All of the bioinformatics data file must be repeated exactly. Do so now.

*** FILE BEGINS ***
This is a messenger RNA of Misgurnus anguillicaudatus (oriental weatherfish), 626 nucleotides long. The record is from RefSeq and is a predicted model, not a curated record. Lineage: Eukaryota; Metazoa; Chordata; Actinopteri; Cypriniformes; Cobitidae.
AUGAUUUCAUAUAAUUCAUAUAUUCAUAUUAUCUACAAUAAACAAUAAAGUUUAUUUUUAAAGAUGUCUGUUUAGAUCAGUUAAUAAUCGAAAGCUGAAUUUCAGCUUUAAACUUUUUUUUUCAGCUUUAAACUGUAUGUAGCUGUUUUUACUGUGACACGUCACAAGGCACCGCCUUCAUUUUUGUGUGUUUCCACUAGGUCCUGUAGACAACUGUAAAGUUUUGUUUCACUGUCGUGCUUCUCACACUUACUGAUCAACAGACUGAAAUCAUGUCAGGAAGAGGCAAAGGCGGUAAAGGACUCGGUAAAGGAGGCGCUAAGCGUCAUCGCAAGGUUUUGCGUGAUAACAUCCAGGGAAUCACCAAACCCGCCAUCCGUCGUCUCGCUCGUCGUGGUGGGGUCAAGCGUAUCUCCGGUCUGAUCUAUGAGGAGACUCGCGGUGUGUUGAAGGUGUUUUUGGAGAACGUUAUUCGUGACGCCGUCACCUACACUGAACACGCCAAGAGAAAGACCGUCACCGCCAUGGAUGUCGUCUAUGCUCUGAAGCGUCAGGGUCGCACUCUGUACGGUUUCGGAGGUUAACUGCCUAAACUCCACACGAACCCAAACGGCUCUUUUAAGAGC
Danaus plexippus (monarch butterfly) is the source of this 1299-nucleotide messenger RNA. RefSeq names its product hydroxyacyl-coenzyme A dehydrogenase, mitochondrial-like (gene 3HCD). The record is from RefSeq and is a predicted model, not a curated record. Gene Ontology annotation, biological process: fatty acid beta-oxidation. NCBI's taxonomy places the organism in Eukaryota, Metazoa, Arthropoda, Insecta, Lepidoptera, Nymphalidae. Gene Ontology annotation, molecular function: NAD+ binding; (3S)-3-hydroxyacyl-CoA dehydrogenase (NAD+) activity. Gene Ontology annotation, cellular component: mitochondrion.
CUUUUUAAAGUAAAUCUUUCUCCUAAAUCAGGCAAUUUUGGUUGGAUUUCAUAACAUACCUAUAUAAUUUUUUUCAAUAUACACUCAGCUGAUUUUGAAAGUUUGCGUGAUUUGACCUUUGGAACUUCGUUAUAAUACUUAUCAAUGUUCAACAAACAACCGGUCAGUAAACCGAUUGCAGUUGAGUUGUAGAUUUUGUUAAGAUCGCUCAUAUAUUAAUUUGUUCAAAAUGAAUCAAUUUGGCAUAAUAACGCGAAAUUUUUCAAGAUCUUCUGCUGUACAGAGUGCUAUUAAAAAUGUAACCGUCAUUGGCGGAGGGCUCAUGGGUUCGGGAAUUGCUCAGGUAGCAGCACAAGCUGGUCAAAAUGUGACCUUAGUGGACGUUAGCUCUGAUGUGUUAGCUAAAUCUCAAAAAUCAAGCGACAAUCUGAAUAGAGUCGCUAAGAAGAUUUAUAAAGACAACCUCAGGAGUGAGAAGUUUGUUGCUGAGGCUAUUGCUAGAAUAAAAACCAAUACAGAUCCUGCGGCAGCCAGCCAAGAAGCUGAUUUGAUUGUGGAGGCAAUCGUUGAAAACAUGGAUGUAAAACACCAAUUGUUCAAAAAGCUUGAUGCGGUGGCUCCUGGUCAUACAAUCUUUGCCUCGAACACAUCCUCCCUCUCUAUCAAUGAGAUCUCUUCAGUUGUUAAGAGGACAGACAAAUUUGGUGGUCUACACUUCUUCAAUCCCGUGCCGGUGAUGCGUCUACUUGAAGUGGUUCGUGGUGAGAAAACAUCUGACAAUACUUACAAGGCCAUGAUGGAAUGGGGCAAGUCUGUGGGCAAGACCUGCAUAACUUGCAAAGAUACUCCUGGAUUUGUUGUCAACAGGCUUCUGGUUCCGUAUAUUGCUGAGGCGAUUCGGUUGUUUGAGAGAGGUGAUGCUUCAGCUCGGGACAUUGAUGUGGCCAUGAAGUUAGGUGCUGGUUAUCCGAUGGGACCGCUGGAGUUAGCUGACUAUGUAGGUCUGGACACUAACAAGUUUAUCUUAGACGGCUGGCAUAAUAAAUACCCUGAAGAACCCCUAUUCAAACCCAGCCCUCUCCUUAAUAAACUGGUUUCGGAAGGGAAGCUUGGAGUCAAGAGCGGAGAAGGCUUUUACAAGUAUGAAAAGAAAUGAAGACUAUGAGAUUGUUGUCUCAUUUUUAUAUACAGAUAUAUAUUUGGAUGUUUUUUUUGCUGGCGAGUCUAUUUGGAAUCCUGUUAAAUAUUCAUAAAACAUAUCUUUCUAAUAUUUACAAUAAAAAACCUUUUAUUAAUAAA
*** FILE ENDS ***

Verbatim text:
This is a messenger RNA of Misgurnus anguillicaudatus (oriental weatherfish), 626 nucleotides long. The record is from RefSeq and is a predicted model, not a curated record. Lineage: Eukaryota; Metazoa; Chordata; Actinopteri; Cypriniformes; Cobitidae.
AUGAUUUCAUAUAAUUCAUAUAUUCAUAUUAUCUACAAUAAACAAUAAAGUUUAUUUUUAAAGAUGUCUGUUUAGAUCAGUUAAUAAUCGAAAGCUGAAUUUCAGCUUUAAACUUUUUUUUUCAGCUUUAAACUGUAUGUAGCUGUUUUUACUGUGACACGUCACAAGGCACCGCCUUCAUUUUUGUGUGUUUCCACUAGGUCCUGUAGACAACUGUAAAGUUUUGUUUCACUGUCGUGCUUCUCACACUUACUGAUCAACAGACUGAAAUCAUGUCAGGAAGAGGCAAAGGCGGUAAAGGACUCGGUAAAGGAGGCGCUAAGCGUCAUCGCAAGGUUUUGCGUGAUAACAUCCAGGGAAUCACCAAACCCGCCAUCCGUCGUCUCGCUCGUCGUGGUGGGGUCAAGCGUAUCUCCGGUCUGAUCUAUGAGGAGACUCGCGGUGUGUUGAAGGUGUUUUUGGAGAACGUUAUUCGUGACGCCGUCACCUACACUGAACACGCCAAGAGAAAGACCGUCACCGCCAUGGAUGUCGUCUAUGCUCUGAAGCGUCAGGGUCGCACUCUGUACGGUUUCGGAGGUUAACUGCCUAAACUCCACACGAACCCAAACGGCUCUUUUAAGAGC
Danaus plexippus (monarch butterfly) is the source of this 1299-nucleotide messenger RNA. RefSeq names its product hydroxyacyl-coenzyme A dehydrogenase, mitochondrial-like (gene 3HCD). The record is from RefSeq and is a predicted model, not a curated record. Gene Ontology annotation, biological process: fatty acid beta-oxidation. NCBI's taxonomy places the organism in Eukaryota, Metazoa, Arthropoda, Insecta, Lepidoptera, Nymphalidae. Gene Ontology annotation, molecular function: NAD+ binding; (3S)-3-hydroxyacyl-CoA dehydrogenase (NAD+) activity. Gene Ontology annotation, cellular component: mitochondrion.
CUUUUUAAAGUAAAUCUUUCUCCUAAAUCAGGCAAUUUUGGUUGGAUUUCAUAACAUACCUAUAUAAUUUUUUUCAAUAUACACUCAGCUGAUUUUGAAAGUUUGCGUGAUUUGACCUUUGGAACUUCGUUAUAAUACUUAUCAAUGUUCAACAAACAACCGGUCAGUAAACCGAUUGCAGUUGAGUUGUAGAUUUUGUUAAGAUCGCUCAUAUAUUAAUUUGUUCAAAAUGAAUCAAUUUGGCAUAAUAACGCGAAAUUUUUCAAGAUCUUCUGCUGUACAGAGUGCUAUUAAAAAUGUAACCGUCAUUGGCGGAGGGCUCAUGGGUUCGGGAAUUGCUCAGGUAGCAGCACAAGCUGGUCAAAAUGUGACCUUAGUGGACGUUAGCUCUGAUGUGUUAGCUAAAUCUCAAAAAUCAAGCGACAAUCUGAAUAGAGUCGCUAAGAAGAUUUAUAAAGACAACCUCAGGAGUGAGAAGUUUGUUGCUGAGGCUAUUGCUAGAAUAAAAACCAAUACAGAUCCUGCGGCAGCCAGCCAAGAAGCUGAUUUGAUUGUGGAGGCAAUCGUUGAAAACAUGGAUGUAAAACACCAAUUGUUCAAAAAGCUUGAUGCGGUGGCUCCUGGUCAUACAAUCUUUGCCUCGAACACAUCCUCCCUCUCUAUCAAUGAGAUCUCUUCAGUUGUUAAGAGGACAGACAAAUUUGGUGGUCUACACUUCUUCAAUCCCGUGCCGGUGAUGCGUCUACUUGAAGUGGUUCGUGGUGAGAAAACAUCUGACAAUACUUACAAGGCCAUGAUGGAAUGGGGCAAGUCUGUGGGCAAGACCUGCAUAACUUGCAAAGAUACUCCUGGAUUUGUUGUCAACAGGCUUCUGGUUCCGUAUAUUGCUGAGGCGAUUCGGUUGUUUGAGAGAGGUGAUGCUUCAGCUCGGGACAUUGAUGUGGCCAUGAAGUUAGGUGCUGGUUAUCCGAUGGGACCGCUGGAGUUAGCUGACUAUGUAGGUCUGGACACUAACAAGUUUAUCUUAGACGGCUGGCAUAAUAAAUACCCUGAAGAACCCCUAUUCAAACCCAGCCCUCUCCUUAAUAAACUGGUUUCGGAAGGGAAGCUUGGAGUCAAGAGCGGAGAAGGCUUUUACAAGUAUGAAAAGAAAUGAAGACUAUGAGAUUGUUGUCUCAUUUUUAUAUACAGAUAUAUAUUUGGAUGUUUUUUUUGCUGGCGAGUCUAUUUGGAAUCCUGUUAAAUAUUCAUAAAACAUAUCUUUCUAAUAUUUACAAUAAAAAACCUUUUAUUAAUAAA